The World’s Cheapest Destinations was written at the end of 2002, so I’ve started to do research for a second edition. I also recently completed a chapter for a book called Cheap Stingy Bastard, which will be edited by the inimitable Jen Leo for Travelers’ Tales. So I’ve been getting a reality check on prices for local transportation, food, and lodging.
What has changed in the past few years? Turns out, not all that much. In terms of changes in how cheap the cheap are, and how expensive the expensive are, I’ve got one word for you–Europe.
If you’re coming from Western Europe and going almost anywhere, life is good. When the opposite is true, it’s ugly. The dollar’s decline and the rise of the pound and euro have made pricey places like London, Paris, and Rome downright ridiculous. But hey, they haven’t been a bargain for decades anyway, so forget about going there unless you have friends to crash with or you’ve got a sizable budget to work with.
Here are the overall changes that I will be working into the next edition.
Once was dirt cheap, then was sorta cheap, now is cheap with an asterisk. Still a better deal than its neighbors to the west, but not in the capital cities. Prague, Budapest, and Krakow are bobbing on a strong wave of popularity and riding the coattails of a rising Euro. They’re full of tourists on a short vacation and it shows. It’s not that you can’t travel very well on a budget in the Czech Republic, Hungary, and Poland, but you need to get into smaller towns and away from the tour buses. Romania and Bulgaria aren’t as popular and therefore haven’t seen as much of a spike. Turkey is still the best deal of all in Europe (even though only part of it is technically in the continent.)
A good value has gotten even more attractive for Americans and Canadians since most currencies in this region are tied to the dollar. (Europeans can have a heyday.)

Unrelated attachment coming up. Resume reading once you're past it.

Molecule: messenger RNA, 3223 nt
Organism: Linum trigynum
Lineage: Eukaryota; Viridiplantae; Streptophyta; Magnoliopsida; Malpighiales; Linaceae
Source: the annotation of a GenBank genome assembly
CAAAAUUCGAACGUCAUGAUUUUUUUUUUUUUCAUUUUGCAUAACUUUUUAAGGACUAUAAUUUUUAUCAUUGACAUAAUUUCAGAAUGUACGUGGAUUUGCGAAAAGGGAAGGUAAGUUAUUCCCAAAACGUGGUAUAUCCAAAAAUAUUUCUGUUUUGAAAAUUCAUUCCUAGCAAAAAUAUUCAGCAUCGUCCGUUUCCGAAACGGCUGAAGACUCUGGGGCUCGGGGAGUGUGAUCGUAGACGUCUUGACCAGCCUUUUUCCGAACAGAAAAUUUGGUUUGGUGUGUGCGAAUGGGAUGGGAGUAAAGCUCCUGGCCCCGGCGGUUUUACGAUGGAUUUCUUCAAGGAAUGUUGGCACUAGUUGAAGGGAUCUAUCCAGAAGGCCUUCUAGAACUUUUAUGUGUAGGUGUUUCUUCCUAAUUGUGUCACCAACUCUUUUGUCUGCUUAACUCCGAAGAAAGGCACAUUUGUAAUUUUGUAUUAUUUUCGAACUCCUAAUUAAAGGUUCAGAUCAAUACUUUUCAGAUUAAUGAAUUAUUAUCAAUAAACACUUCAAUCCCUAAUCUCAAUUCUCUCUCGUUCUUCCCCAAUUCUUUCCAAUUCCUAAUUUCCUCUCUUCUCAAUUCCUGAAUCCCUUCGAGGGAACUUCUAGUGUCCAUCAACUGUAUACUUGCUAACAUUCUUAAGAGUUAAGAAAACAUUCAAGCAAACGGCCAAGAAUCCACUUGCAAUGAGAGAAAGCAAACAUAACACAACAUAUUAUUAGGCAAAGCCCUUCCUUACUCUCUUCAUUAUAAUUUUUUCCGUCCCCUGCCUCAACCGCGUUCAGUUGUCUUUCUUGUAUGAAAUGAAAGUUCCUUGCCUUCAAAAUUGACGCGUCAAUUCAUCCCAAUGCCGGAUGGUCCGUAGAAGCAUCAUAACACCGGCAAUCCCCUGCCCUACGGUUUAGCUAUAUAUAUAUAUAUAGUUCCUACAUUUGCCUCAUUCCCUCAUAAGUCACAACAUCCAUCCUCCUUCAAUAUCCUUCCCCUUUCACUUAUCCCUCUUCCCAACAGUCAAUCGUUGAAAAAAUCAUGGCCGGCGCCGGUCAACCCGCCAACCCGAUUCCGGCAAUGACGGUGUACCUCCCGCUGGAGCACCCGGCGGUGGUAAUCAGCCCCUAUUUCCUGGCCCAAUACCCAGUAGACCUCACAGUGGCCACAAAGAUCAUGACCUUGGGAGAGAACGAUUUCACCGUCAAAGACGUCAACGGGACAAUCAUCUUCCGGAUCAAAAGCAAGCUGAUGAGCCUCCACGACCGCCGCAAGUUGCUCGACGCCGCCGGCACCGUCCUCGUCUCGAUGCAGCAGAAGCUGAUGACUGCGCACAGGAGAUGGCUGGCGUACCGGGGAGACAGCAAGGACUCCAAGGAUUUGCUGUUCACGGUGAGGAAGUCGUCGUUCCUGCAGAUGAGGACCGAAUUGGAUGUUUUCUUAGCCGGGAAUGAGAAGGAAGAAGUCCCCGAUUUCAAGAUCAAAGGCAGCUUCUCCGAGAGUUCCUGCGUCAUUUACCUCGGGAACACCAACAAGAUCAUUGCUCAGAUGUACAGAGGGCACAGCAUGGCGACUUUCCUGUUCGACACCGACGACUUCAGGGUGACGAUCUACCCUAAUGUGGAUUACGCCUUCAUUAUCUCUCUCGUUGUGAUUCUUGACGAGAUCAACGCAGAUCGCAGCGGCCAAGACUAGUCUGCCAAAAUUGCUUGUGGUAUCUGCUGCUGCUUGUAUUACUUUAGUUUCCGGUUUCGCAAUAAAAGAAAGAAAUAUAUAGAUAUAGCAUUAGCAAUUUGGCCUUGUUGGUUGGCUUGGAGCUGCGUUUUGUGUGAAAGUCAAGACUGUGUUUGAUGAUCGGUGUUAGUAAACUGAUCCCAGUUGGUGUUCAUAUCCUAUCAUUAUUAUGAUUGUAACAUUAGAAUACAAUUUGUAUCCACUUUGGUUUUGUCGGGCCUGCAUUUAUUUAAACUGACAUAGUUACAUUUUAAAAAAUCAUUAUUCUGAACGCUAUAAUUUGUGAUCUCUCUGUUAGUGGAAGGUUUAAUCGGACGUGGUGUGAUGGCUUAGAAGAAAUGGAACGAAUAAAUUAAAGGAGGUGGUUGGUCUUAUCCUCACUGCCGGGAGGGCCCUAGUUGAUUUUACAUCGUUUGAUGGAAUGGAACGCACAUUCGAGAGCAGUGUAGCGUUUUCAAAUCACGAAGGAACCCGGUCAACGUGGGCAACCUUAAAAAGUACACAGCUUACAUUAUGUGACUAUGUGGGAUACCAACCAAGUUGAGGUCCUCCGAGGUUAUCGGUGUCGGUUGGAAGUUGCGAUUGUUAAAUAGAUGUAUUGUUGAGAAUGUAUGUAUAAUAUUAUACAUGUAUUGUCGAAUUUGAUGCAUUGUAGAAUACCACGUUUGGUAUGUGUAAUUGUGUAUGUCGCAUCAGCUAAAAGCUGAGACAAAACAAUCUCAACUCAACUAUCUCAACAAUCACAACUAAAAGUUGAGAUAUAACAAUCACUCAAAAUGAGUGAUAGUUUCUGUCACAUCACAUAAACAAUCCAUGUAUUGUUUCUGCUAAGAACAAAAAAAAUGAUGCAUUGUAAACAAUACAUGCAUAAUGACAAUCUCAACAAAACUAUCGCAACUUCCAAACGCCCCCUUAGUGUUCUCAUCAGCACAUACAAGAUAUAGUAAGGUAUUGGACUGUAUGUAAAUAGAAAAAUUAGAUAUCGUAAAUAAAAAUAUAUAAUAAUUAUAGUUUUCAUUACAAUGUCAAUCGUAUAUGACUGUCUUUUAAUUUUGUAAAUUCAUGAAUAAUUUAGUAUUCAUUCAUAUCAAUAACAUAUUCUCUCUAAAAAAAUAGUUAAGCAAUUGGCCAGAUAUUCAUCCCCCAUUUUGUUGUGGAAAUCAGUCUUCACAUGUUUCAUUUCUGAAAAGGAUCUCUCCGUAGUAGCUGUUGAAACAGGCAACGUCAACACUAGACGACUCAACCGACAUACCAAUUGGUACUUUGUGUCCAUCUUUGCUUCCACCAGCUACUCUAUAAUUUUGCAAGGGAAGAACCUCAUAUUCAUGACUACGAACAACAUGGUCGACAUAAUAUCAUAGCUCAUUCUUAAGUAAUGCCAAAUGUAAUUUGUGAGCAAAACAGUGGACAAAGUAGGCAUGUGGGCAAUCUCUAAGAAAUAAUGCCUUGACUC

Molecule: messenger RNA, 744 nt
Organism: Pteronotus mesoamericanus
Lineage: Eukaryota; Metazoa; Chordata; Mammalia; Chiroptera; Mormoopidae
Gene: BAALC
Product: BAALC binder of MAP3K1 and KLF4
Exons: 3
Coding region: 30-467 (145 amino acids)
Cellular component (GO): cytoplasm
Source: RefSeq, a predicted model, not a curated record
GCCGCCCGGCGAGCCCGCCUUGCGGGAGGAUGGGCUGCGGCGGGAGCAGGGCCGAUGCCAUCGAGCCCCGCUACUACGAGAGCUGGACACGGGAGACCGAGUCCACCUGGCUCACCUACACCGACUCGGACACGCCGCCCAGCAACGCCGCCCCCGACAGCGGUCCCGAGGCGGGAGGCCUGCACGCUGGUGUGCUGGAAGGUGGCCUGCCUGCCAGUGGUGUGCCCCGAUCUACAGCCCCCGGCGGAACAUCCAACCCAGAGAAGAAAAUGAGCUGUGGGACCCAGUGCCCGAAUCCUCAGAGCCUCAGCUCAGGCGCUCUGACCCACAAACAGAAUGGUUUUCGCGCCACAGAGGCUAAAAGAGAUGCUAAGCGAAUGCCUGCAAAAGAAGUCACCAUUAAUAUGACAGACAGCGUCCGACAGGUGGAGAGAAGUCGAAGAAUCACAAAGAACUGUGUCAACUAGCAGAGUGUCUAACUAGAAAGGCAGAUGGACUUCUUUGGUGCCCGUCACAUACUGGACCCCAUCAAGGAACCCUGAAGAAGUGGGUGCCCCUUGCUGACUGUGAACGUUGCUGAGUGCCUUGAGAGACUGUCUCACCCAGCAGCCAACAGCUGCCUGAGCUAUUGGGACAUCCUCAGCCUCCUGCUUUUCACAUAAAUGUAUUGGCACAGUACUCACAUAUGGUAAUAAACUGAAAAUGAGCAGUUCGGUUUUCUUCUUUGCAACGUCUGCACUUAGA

The key change here is Argentina, which is still recovering from a currency crisis; Buenos Aires is perhaps the best city value in the world right now, then you can scoot off to the wine region and Patagonia for far less than in the past. As I mentioned in an earlier entry, Peru is getting pricier in the Cusco region–for good reasons (conservation) and bad (Lima cashing in on the golden tourism goose). I featured Venezuela in the first version but probably won’t this time. Tourism has plummeted in light of Chavez’s anti-western stance and rising oil revenues have led to rising prices as well.
Still a screaming bargain, with few changes that matter. China’s getting easier, including a rise in budget airlines, which at least warrants an honorable mention. Fanatical Muslims are being their low-life selves here and there, but it’s pretty hard to get away from that anywhere there’s a call to prayer these days. The real cautionary tale is Nepal, which could implode at any time. Too bad–it’s one of my favorite places in the world.
I’ve had a few suggestions to add the East Africa backpacker route, which I may. The problem is that for all the hassles and comfort sacrifices you make there, it’s not all that cheap if you actually do things. A safari here, a hike there, an internal flight there–then you’re out a few grand despite seeing unending poverty all around. We shall see…
Egypt just had another bomb blast, though curiously it was targeted at a hotel full of Egyptians. Go there now and you’ll have your pick of rooms on the cheap. Same goes for Jordan and Morocco, by association.